Here is where it gets strange: I can connect to the VMs just fine with Putty from Windows and SSH from WSL, so I know the VM is reachable and SSH works. Ansible can also reach my remote server just fine, so Ansible itself is not broken either. The problem occurs only between Ansible and the local VMs and only on this machine.

This very same setup (same git repo, same config files, same software versions) actually works fine on my other machine and a while ago it used to work on this machine as well. So I know that it works in theory. I just can't for the life of me figure out what's different between these machines or what I changed that caused it to break.

I've spent days searching the internet and trying everything I could find or think of. By now I have even completely re-installed Windows and the whole dev environment with it, but no luck, the error stays. I'm quite desperate because the way it is right now, this machine is unusable as a development machine.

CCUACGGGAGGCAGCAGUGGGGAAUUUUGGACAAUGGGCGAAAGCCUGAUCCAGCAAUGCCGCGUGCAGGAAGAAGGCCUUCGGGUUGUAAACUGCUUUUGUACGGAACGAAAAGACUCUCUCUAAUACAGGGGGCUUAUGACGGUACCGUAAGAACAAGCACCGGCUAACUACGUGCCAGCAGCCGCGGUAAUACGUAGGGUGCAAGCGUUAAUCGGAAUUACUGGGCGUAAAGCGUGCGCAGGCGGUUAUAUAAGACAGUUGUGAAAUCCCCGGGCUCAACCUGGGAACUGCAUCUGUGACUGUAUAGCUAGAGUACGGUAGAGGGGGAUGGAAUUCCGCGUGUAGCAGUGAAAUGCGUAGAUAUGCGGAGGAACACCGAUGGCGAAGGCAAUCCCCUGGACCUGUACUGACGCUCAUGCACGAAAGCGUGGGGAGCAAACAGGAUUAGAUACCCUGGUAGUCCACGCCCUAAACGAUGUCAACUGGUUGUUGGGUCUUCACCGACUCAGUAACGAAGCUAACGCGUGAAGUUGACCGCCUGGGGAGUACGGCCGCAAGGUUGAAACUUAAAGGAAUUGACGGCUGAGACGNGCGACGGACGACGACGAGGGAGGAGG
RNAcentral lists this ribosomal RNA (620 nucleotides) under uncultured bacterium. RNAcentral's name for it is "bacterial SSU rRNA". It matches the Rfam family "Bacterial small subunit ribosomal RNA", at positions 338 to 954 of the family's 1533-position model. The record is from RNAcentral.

Background Info:

I run Ansible like this (for example):

 ansible appserver -i environments/development --ask-vault-pass -k -e "ansible_user=vagrant" -m ping

after which ansible asks for the SSH password, vault password, and then nothing happens.

When I abort with Ctrl+C I get the following error in /var/log/auth.log on the VM:

sshd[1343]: Connection closed by 192.168.33.1 port 51481 [preauth]

That IP address is the one from the host-only network of the Virtualbox machine as seen in the network config dialog of Virtualbox, not the IP address of the VM itself. The sshd pid is different every time.